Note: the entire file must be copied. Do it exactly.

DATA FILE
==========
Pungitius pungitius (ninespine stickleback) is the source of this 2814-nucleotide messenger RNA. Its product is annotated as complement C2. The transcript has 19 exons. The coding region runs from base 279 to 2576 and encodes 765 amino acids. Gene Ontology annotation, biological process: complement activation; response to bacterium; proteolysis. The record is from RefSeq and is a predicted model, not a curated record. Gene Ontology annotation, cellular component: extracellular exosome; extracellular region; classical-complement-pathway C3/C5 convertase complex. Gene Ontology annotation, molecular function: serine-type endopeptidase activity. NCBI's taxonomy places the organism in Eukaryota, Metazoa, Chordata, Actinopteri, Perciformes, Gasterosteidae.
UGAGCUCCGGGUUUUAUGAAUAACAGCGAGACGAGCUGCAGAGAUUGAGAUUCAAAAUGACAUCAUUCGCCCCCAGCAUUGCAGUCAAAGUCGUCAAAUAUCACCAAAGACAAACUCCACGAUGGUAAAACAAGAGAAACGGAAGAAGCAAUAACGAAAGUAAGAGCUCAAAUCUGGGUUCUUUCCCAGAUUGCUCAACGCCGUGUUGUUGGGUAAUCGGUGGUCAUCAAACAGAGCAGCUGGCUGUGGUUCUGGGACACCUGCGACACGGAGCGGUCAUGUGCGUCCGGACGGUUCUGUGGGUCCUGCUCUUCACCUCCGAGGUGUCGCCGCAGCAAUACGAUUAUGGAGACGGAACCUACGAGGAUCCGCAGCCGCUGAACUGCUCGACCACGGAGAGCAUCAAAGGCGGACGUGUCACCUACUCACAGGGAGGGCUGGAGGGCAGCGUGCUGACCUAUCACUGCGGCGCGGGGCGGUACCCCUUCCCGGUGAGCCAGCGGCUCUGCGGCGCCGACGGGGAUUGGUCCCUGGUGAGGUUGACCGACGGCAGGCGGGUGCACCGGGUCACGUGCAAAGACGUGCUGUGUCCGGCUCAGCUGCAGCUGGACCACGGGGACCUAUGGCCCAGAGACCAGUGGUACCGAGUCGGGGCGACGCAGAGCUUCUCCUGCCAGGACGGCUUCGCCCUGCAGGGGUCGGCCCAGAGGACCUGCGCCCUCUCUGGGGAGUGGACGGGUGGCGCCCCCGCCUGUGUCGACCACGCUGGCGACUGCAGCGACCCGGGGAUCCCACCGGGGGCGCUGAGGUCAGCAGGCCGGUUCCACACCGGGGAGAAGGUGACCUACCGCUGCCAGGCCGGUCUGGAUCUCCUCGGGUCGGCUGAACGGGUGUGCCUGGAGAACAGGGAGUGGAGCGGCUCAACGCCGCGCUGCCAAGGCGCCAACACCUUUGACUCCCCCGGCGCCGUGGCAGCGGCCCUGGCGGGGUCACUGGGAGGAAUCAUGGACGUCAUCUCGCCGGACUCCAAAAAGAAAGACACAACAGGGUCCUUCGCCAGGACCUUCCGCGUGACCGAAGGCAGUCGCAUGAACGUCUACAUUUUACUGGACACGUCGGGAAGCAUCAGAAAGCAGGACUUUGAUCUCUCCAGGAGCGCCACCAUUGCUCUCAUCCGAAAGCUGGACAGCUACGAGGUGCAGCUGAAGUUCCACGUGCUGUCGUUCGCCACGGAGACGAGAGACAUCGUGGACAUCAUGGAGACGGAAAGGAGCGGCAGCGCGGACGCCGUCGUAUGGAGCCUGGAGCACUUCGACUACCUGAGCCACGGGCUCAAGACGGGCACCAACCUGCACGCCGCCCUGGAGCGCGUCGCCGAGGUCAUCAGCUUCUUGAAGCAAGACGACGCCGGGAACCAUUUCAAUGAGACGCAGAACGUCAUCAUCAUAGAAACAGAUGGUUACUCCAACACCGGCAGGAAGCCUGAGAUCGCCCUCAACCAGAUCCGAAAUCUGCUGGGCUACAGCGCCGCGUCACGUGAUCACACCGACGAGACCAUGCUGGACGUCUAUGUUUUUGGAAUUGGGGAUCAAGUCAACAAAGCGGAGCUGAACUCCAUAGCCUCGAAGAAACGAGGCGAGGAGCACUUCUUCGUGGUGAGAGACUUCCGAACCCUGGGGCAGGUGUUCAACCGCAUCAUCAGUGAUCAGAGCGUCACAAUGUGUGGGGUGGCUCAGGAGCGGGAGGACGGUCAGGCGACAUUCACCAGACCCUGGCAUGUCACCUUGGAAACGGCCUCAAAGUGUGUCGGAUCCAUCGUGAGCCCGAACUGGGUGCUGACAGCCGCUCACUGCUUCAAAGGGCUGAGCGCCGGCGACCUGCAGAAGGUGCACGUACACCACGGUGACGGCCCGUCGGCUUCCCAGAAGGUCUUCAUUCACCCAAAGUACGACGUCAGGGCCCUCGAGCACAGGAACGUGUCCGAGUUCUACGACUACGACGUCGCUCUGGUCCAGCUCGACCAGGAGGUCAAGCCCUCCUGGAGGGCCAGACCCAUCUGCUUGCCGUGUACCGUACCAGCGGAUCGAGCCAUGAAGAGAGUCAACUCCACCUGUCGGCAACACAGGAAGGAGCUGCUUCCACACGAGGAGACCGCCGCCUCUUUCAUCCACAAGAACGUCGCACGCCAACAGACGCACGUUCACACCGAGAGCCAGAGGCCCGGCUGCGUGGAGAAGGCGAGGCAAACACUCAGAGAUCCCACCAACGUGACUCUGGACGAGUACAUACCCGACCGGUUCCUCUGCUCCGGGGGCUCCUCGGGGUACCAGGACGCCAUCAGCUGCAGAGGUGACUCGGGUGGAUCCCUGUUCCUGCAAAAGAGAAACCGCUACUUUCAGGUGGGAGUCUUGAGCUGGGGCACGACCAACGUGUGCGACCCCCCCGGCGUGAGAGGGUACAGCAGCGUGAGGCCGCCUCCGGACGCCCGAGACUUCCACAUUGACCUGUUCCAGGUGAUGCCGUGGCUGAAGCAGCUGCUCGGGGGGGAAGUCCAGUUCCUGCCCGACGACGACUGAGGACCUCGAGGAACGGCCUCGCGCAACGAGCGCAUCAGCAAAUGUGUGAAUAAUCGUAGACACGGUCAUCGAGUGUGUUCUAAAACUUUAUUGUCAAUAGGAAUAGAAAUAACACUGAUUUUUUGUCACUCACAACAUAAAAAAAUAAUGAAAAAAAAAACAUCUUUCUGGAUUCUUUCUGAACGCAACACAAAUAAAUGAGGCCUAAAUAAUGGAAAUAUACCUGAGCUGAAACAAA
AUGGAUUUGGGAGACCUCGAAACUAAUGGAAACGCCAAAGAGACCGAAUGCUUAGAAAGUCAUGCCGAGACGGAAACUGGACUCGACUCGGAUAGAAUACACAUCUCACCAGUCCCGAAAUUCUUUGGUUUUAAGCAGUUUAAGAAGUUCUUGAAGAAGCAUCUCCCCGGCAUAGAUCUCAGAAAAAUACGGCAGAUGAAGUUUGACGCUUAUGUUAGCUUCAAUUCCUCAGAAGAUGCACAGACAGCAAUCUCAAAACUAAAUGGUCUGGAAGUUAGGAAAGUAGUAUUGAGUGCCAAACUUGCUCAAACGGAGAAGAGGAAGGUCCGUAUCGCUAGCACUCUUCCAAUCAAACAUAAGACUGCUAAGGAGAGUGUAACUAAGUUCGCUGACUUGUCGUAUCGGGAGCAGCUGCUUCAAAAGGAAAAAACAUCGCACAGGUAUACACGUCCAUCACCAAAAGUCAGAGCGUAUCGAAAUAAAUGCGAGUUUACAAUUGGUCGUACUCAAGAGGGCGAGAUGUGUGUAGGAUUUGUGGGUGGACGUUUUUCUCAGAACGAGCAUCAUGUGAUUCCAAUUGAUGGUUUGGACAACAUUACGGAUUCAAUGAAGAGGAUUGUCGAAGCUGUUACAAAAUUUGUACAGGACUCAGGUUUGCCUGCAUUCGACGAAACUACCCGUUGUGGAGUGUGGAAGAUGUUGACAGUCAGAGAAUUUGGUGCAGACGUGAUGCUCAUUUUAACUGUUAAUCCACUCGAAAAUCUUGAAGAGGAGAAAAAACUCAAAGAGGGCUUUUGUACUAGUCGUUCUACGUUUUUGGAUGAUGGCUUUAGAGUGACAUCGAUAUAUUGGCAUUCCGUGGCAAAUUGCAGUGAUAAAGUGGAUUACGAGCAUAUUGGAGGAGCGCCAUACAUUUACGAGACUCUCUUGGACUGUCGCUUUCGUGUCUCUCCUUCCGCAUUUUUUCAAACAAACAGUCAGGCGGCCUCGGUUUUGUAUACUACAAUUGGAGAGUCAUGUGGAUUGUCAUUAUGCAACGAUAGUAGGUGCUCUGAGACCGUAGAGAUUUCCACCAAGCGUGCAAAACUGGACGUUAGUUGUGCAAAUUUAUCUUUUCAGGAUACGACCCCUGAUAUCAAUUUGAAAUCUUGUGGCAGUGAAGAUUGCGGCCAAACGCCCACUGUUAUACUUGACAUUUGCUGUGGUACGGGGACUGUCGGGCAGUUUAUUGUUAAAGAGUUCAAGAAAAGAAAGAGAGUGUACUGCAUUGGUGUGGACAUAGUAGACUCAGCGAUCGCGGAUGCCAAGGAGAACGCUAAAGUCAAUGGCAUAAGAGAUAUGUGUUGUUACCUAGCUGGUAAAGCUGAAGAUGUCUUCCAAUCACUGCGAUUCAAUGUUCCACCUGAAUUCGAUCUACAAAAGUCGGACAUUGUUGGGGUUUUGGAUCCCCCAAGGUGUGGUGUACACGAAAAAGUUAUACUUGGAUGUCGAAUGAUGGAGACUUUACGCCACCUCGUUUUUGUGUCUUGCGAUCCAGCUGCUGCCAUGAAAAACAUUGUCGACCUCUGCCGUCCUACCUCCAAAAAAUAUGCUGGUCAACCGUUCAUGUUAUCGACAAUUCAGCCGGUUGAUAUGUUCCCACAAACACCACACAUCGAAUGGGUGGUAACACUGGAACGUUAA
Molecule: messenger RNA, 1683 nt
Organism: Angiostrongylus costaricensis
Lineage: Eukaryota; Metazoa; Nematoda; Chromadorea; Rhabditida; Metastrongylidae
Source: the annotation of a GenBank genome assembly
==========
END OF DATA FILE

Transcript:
Pungitius pungitius (ninespine stickleback) is the source of this 2814-nucleotide messenger RNA. Its product is annotated as complement C2. The transcript has 19 exons. The coding region runs from base 279 to 2576 and encodes 765 amino acids. Gene Ontology annotation, biological process: complement activation; response to bacterium; proteolysis. The record is from RefSeq and is a predicted model, not a curated record. Gene Ontology annotation, cellular component: extracellular exosome; extracellular region; classical-complement-pathway C3/C5 convertase complex. Gene Ontology annotation, molecular function: serine-type endopeptidase activity. NCBI's taxonomy places the organism in Eukaryota, Metazoa, Chordata, Actinopteri, Perciformes, Gasterosteidae.
UGAGCUCCGGGUUUUAUGAAUAACAGCGAGACGAGCUGCAGAGAUUGAGAUUCAAAAUGACAUCAUUCGCCCCCAGCAUUGCAGUCAAAGUCGUCAAAUAUCACCAAAGACAAACUCCACGAUGGUAAAACAAGAGAAACGGAAGAAGCAAUAACGAAAGUAAGAGCUCAAAUCUGGGUUCUUUCCCAGAUUGCUCAACGCCGUGUUGUUGGGUAAUCGGUGGUCAUCAAACAGAGCAGCUGGCUGUGGUUCUGGGACACCUGCGACACGGAGCGGUCAUGUGCGUCCGGACGGUUCUGUGGGUCCUGCUCUUCACCUCCGAGGUGUCGCCGCAGCAAUACGAUUAUGGAGACGGAACCUACGAGGAUCCGCAGCCGCUGAACUGCUCGACCACGGAGAGCAUCAAAGGCGGACGUGUCACCUACUCACAGGGAGGGCUGGAGGGCAGCGUGCUGACCUAUCACUGCGGCGCGGGGCGGUACCCCUUCCCGGUGAGCCAGCGGCUCUGCGGCGCCGACGGGGAUUGGUCCCUGGUGAGGUUGACCGACGGCAGGCGGGUGCACCGGGUCACGUGCAAAGACGUGCUGUGUCCGGCUCAGCUGCAGCUGGACCACGGGGACCUAUGGCCCAGAGACCAGUGGUACCGAGUCGGGGCGACGCAGAGCUUCUCCUGCCAGGACGGCUUCGCCCUGCAGGGGUCGGCCCAGAGGACCUGCGCCCUCUCUGGGGAGUGGACGGGUGGCGCCCCCGCCUGUGUCGACCACGCUGGCGACUGCAGCGACCCGGGGAUCCCACCGGGGGCGCUGAGGUCAGCAGGCCGGUUCCACACCGGGGAGAAGGUGACCUACCGCUGCCAGGCCGGUCUGGAUCUCCUCGGGUCGGCUGAACGGGUGUGCCUGGAGAACAGGGAGUGGAGCGGCUCAACGCCGCGCUGCCAAGGCGCCAACACCUUUGACUCCCCCGGCGCCGUGGCAGCGGCCCUGGCGGGGUCACUGGGAGGAAUCAUGGACGUCAUCUCGCCGGACUCCAAAAAGAAAGACACAACAGGGUCCUUCGCCAGGACCUUCCGCGUGACCGAAGGCAGUCGCAUGAACGUCUACAUUUUACUGGACACGUCGGGAAGCAUCAGAAAGCAGGACUUUGAUCUCUCCAGGAGCGCCACCAUUGCUCUCAUCCGAAAGCUGGACAGCUACGAGGUGCAGCUGAAGUUCCACGUGCUGUCGUUCGCCACGGAGACGAGAGACAUCGUGGACAUCAUGGAGACGGAAAGGAGCGGCAGCGCGGACGCCGUCGUAUGGAGCCUGGAGCACUUCGACUACCUGAGCCACGGGCUCAAGACGGGCACCAACCUGCACGCCGCCCUGGAGCGCGUCGCCGAGGUCAUCAGCUUCUUGAAGCAAGACGACGCCGGGAACCAUUUCAAUGAGACGCAGAACGUCAUCAUCAUAGAAACAGAUGGUUACUCCAACACCGGCAGGAAGCCUGAGAUCGCCCUCAACCAGAUCCGAAAUCUGCUGGGCUACAGCGCCGCGUCACGUGAUCACACCGACGAGACCAUGCUGGACGUCUAUGUUUUUGGAAUUGGGGAUCAAGUCAACAAAGCGGAGCUGAACUCCAUAGCCUCGAAGAAACGAGGCGAGGAGCACUUCUUCGUGGUGAGAGACUUCCGAACCCUGGGGCAGGUGUUCAACCGCAUCAUCAGUGAUCAGAGCGUCACAAUGUGUGGGGUGGCUCAGGAGCGGGAGGACGGUCAGGCGACAUUCACCAGACCCUGGCAUGUCACCUUGGAAACGGCCUCAAAGUGUGUCGGAUCCAUCGUGAGCCCGAACUGGGUGCUGACAGCCGCUCACUGCUUCAAAGGGCUGAGCGCCGGCGACCUGCAGAAGGUGCACGUACACCACGGUGACGGCCCGUCGGCUUCCCAGAAGGUCUUCAUUCACCCAAAGUACGACGUCAGGGCCCUCGAGCACAGGAACGUGUCCGAGUUCUACGACUACGACGUCGCUCUGGUCCAGCUCGACCAGGAGGUCAAGCCCUCCUGGAGGGCCAGACCCAUCUGCUUGCCGUGUACCGUACCAGCGGAUCGAGCCAUGAAGAGAGUCAACUCCACCUGUCGGCAACACAGGAAGGAGCUGCUUCCACACGAGGAGACCGCCGCCUCUUUCAUCCACAAGAACGUCGCACGCCAACAGACGCACGUUCACACCGAGAGCCAGAGGCCCGGCUGCGUGGAGAAGGCGAGGCAAACACUCAGAGAUCCCACCAACGUGACUCUGGACGAGUACAUACCCGACCGGUUCCUCUGCUCCGGGGGCUCCUCGGGGUACCAGGACGCCAUCAGCUGCAGAGGUGACUCGGGUGGAUCCCUGUUCCUGCAAAAGAGAAACCGCUACUUUCAGGUGGGAGUCUUGAGCUGGGGCACGACCAACGUGUGCGACCCCCCCGGCGUGAGAGGGUACAGCAGCGUGAGGCCGCCUCCGGACGCCCGAGACUUCCACAUUGACCUGUUCCAGGUGAUGCCGUGGCUGAAGCAGCUGCUCGGGGGGGAAGUCCAGUUCCUGCCCGACGACGACUGAGGACCUCGAGGAACGGCCUCGCGCAACGAGCGCAUCAGCAAAUGUGUGAAUAAUCGUAGACACGGUCAUCGAGUGUGUUCUAAAACUUUAUUGUCAAUAGGAAUAGAAAUAACACUGAUUUUUUGUCACUCACAACAUAAAAAAAUAAUGAAAAAAAAAACAUCUUUCUGGAUUCUUUCUGAACGCAACACAAAUAAAUGAGGCCUAAAUAAUGGAAAUAUACCUGAGCUGAAACAAA
AUGGAUUUGGGAGACCUCGAAACUAAUGGAAACGCCAAAGAGACCGAAUGCUUAGAAAGUCAUGCCGAGACGGAAACUGGACUCGACUCGGAUAGAAUACACAUCUCACCAGUCCCGAAAUUCUUUGGUUUUAAGCAGUUUAAGAAGUUCUUGAAGAAGCAUCUCCCCGGCAUAGAUCUCAGAAAAAUACGGCAGAUGAAGUUUGACGCUUAUGUUAGCUUCAAUUCCUCAGAAGAUGCACAGACAGCAAUCUCAAAACUAAAUGGUCUGGAAGUUAGGAAAGUAGUAUUGAGUGCCAAACUUGCUCAAACGGAGAAGAGGAAGGUCCGUAUCGCUAGCACUCUUCCAAUCAAACAUAAGACUGCUAAGGAGAGUGUAACUAAGUUCGCUGACUUGUCGUAUCGGGAGCAGCUGCUUCAAAAGGAAAAAACAUCGCACAGGUAUACACGUCCAUCACCAAAAGUCAGAGCGUAUCGAAAUAAAUGCGAGUUUACAAUUGGUCGUACUCAAGAGGGCGAGAUGUGUGUAGGAUUUGUGGGUGGACGUUUUUCUCAGAACGAGCAUCAUGUGAUUCCAAUUGAUGGUUUGGACAACAUUACGGAUUCAAUGAAGAGGAUUGUCGAAGCUGUUACAAAAUUUGUACAGGACUCAGGUUUGCCUGCAUUCGACGAAACUACCCGUUGUGGAGUGUGGAAGAUGUUGACAGUCAGAGAAUUUGGUGCAGACGUGAUGCUCAUUUUAACUGUUAAUCCACUCGAAAAUCUUGAAGAGGAGAAAAAACUCAAAGAGGGCUUUUGUACUAGUCGUUCUACGUUUUUGGAUGAUGGCUUUAGAGUGACAUCGAUAUAUUGGCAUUCCGUGGCAAAUUGCAGUGAUAAAGUGGAUUACGAGCAUAUUGGAGGAGCGCCAUACAUUUACGAGACUCUCUUGGACUGUCGCUUUCGUGUCUCUCCUUCCGCAUUUUUUCAAACAAACAGUCAGGCGGCCUCGGUUUUGUAUACUACAAUUGGAGAGUCAUGUGGAUUGUCAUUAUGCAACGAUAGUAGGUGCUCUGAGACCGUAGAGAUUUCCACCAAGCGUGCAAAACUGGACGUUAGUUGUGCAAAUUUAUCUUUUCAGGAUACGACCCCUGAUAUCAAUUUGAAAUCUUGUGGCAGUGAAGAUUGCGGCCAAACGCCCACUGUUAUACUUGACAUUUGCUGUGGUACGGGGACUGUCGGGCAGUUUAUUGUUAAAGAGUUCAAGAAAAGAAAGAGAGUGUACUGCAUUGGUGUGGACAUAGUAGACUCAGCGAUCGCGGAUGCCAAGGAGAACGCUAAAGUCAAUGGCAUAAGAGAUAUGUGUUGUUACCUAGCUGGUAAAGCUGAAGAUGUCUUCCAAUCACUGCGAUUCAAUGUUCCACCUGAAUUCGAUCUACAAAAGUCGGACAUUGUUGGGGUUUUGGAUCCCCCAAGGUGUGGUGUACACGAAAAAGUUAUACUUGGAUGUCGAAUGAUGGAGACUUUACGCCACCUCGUUUUUGUGUCUUGCGAUCCAGCUGCUGCCAUGAAAAACAUUGUCGACCUCUGCCGUCCUACCUCCAAAAAAUAUGCUGGUCAACCGUUCAUGUUAUCGACAAUUCAGCCGGUUGAUAUGUUCCCACAAACACCACACAUCGAAUGGGUGGUAACACUGGAACGUUAA
Molecule: messenger RNA, 1683 nt
Organism: Angiostrongylus costaricensis
Lineage: Eukaryota; Metazoa; Nematoda; Chromadorea; Rhabditida; Metastrongylidae
Source: the annotation of a GenBank genome assembly